In Other Words

We Australians like to think we speak the same language - to each other, at least. Except of course, when it comes to bathers or togs. We all seem to agree on chooks and the footy, though words like boozer, schooner, yobbo, dag, dunny and chunder seem to have died with Barry McKenzie.

But, for me anyway, those words are still in the distant past and, when I'm back home, I always hear a few words of slang. It's comforting really when, here in Asia, the height of sophistication seems to be to assume an American accent and to use Oprah and MTV speak "Well ... girl .. whadya thank about that" or "like, like yeah cool" or "are you done yet?".

Even back home in Australia, I cringe when I read (read read - I hate that pretentious bit of journalist posing) and hear the MTV-ing of our culture. After so many years, it's hard to believe Australians still feel the need to ape every bit of cultural waste that America throws our way. But, here in Asia, where everything American seems to be revered, whole cultures are being MTV-ed or V-Tved (the carbon copy Asian equivalent).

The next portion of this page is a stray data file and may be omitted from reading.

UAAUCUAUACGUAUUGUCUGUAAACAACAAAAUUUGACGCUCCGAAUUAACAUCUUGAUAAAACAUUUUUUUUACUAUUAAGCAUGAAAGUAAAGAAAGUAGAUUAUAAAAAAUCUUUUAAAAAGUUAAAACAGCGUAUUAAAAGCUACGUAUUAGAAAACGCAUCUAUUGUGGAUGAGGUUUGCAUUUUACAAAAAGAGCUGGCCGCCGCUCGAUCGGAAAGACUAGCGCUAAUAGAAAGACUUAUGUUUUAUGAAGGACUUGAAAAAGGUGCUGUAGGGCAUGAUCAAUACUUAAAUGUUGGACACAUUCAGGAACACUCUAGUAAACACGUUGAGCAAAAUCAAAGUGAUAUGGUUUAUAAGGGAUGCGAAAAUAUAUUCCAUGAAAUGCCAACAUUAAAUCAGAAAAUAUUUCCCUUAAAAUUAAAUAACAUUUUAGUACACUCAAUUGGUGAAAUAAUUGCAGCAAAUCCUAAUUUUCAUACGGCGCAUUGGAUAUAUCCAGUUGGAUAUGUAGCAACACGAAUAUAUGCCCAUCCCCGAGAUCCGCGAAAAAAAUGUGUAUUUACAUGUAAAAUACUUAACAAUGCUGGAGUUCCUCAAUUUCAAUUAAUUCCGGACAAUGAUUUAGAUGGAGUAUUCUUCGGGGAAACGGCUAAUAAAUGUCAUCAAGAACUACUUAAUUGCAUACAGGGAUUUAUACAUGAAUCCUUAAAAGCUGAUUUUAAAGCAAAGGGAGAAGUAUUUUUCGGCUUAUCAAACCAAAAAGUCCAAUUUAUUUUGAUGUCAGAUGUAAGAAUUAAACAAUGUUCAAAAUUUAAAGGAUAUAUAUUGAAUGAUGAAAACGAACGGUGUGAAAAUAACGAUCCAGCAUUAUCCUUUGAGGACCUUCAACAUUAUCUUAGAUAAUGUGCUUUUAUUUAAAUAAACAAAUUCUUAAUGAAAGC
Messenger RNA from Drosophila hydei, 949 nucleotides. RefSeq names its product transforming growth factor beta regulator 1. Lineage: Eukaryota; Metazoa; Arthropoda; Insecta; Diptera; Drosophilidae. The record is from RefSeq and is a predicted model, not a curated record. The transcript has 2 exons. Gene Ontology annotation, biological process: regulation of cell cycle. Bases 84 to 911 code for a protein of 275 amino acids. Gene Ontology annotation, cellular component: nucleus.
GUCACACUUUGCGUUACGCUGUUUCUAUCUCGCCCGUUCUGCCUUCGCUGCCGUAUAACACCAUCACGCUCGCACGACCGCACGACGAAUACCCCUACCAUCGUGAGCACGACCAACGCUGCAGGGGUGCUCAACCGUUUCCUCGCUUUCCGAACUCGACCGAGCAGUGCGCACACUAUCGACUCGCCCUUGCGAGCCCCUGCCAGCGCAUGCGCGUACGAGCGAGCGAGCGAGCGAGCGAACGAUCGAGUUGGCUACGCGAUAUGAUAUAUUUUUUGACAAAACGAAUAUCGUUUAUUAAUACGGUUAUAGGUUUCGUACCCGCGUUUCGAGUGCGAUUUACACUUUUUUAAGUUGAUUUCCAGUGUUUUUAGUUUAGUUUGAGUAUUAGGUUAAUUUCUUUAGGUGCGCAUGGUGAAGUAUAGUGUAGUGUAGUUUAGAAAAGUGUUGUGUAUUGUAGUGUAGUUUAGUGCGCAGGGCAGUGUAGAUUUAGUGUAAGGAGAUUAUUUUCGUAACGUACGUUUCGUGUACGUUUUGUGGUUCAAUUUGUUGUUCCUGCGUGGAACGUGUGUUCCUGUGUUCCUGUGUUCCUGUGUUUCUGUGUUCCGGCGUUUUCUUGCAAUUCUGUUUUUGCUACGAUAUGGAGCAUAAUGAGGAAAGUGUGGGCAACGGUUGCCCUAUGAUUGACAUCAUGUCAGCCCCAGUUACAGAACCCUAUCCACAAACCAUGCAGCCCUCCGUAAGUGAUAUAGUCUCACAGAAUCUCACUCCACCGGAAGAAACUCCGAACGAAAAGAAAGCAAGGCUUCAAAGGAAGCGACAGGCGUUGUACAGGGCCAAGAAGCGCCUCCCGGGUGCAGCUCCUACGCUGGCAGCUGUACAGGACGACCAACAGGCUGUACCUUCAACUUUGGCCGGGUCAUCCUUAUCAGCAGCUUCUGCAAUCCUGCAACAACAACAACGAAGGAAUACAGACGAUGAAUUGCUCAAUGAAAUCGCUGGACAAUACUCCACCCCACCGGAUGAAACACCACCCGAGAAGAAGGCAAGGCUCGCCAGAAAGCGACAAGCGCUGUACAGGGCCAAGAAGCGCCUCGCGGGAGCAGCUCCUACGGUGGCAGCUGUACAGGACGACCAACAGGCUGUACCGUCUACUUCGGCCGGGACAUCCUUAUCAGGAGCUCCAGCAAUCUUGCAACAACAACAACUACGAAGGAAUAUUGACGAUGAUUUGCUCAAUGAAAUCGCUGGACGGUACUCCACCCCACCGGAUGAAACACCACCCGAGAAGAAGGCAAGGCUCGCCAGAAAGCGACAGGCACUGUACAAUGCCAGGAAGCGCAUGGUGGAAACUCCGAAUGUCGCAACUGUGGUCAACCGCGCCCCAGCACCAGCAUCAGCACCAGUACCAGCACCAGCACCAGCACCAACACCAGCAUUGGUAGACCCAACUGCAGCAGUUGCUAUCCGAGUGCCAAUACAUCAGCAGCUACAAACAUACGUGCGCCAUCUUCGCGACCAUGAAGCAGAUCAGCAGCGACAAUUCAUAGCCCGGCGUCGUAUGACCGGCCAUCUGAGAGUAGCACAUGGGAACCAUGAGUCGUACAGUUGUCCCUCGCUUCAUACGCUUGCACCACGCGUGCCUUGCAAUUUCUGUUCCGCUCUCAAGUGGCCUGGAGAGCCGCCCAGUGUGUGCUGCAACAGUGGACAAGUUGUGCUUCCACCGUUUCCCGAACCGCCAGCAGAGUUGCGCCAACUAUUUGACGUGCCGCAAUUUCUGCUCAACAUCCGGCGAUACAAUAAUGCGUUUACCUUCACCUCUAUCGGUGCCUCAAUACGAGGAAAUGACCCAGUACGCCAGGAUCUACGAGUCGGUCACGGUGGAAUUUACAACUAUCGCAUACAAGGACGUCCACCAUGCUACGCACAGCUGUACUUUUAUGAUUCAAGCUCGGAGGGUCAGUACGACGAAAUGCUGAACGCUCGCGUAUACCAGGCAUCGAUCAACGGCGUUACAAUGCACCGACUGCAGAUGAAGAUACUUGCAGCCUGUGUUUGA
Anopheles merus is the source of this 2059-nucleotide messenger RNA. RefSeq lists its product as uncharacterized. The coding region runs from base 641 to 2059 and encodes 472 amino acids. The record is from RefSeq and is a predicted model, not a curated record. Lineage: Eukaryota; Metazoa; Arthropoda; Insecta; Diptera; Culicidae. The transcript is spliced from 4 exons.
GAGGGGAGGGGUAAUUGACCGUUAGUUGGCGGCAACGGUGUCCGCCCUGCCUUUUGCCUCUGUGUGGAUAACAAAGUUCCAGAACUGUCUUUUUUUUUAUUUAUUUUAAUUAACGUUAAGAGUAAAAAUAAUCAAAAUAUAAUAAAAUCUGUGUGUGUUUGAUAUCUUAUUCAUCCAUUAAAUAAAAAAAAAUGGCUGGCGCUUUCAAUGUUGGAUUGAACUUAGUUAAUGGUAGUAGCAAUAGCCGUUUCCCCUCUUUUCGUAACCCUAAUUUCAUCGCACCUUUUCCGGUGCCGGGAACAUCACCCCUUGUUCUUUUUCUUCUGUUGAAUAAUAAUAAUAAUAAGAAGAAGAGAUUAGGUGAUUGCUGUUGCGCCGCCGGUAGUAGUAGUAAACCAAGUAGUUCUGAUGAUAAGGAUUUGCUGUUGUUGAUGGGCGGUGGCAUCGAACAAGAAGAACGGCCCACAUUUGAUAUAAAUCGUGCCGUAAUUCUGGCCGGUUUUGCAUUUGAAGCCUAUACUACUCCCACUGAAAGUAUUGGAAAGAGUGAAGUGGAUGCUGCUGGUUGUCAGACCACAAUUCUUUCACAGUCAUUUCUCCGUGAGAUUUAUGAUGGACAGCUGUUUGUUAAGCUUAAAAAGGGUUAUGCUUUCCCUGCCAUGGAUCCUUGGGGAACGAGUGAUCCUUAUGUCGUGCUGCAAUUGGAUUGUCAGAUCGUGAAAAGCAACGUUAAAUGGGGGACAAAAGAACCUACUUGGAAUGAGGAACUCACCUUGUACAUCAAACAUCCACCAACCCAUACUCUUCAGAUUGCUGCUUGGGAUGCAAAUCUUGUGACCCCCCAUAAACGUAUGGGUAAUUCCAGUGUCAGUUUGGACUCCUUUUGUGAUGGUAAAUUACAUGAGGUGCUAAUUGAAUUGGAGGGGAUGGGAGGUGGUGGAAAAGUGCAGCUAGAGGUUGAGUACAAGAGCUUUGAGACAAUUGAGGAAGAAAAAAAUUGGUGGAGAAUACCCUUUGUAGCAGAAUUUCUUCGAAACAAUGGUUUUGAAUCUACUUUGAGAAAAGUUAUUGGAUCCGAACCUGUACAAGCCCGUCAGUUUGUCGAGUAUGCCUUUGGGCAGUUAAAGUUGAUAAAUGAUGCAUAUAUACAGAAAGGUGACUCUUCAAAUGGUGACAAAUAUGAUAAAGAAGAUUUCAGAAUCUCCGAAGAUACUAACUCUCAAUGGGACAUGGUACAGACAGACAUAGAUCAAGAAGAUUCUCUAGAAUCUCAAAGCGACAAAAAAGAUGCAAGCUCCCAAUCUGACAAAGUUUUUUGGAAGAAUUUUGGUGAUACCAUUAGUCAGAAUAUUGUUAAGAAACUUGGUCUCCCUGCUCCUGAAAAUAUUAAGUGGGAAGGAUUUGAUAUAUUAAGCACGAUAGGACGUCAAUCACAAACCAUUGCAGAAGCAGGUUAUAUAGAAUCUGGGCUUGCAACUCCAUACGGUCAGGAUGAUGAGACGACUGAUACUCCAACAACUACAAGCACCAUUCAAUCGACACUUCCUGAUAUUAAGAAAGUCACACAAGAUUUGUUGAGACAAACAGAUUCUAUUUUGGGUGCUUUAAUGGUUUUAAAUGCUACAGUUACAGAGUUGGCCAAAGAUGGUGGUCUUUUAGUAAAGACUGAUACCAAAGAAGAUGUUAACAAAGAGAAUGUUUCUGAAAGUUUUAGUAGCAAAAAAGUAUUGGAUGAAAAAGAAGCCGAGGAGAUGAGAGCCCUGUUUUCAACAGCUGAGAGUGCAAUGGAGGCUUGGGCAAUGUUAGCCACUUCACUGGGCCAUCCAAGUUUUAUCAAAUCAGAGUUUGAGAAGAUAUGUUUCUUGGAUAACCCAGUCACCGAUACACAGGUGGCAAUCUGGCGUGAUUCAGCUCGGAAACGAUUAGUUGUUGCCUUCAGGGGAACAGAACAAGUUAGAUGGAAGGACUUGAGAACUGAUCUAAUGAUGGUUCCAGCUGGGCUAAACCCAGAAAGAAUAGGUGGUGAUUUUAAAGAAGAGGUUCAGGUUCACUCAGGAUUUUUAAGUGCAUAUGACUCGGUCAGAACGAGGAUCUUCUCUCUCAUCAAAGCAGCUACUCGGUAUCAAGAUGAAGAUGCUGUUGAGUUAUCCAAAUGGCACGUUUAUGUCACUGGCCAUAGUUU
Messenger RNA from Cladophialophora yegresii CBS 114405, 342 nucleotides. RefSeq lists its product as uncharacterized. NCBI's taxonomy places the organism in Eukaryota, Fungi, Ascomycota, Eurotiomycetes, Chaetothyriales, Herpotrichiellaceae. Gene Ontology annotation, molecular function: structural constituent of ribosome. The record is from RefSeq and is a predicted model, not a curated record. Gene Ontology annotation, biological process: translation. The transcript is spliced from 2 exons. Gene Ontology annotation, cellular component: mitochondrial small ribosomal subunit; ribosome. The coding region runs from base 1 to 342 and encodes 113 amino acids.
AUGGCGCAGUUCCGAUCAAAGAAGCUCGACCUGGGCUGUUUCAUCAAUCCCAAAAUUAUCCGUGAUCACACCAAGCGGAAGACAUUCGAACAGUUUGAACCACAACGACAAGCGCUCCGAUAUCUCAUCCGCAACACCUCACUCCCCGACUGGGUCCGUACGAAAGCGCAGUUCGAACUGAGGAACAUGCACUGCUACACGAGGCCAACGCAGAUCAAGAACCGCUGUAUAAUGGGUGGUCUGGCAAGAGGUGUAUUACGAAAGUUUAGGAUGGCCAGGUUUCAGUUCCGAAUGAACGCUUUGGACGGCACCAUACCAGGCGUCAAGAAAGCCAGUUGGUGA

Perhaps I've always just been a dag (and proudly so). The other day an acquaintance from the southern states of the US asked me if I was a dag. "Mostly, I said." She thought it was a compliment. Another Australian friend present explained that a dag was the ugly bits around a sheep's rear. "But I've been reading this book about Australia and it said ..." she was crimson by now, as we broke up laughing.

Another American friend asks me if I'm a sheila (ahhhhh!). I explain that people really don't use those words anymore, not since Johnny O'Keefe was Shouting and girls wore squash heels and white lipstick.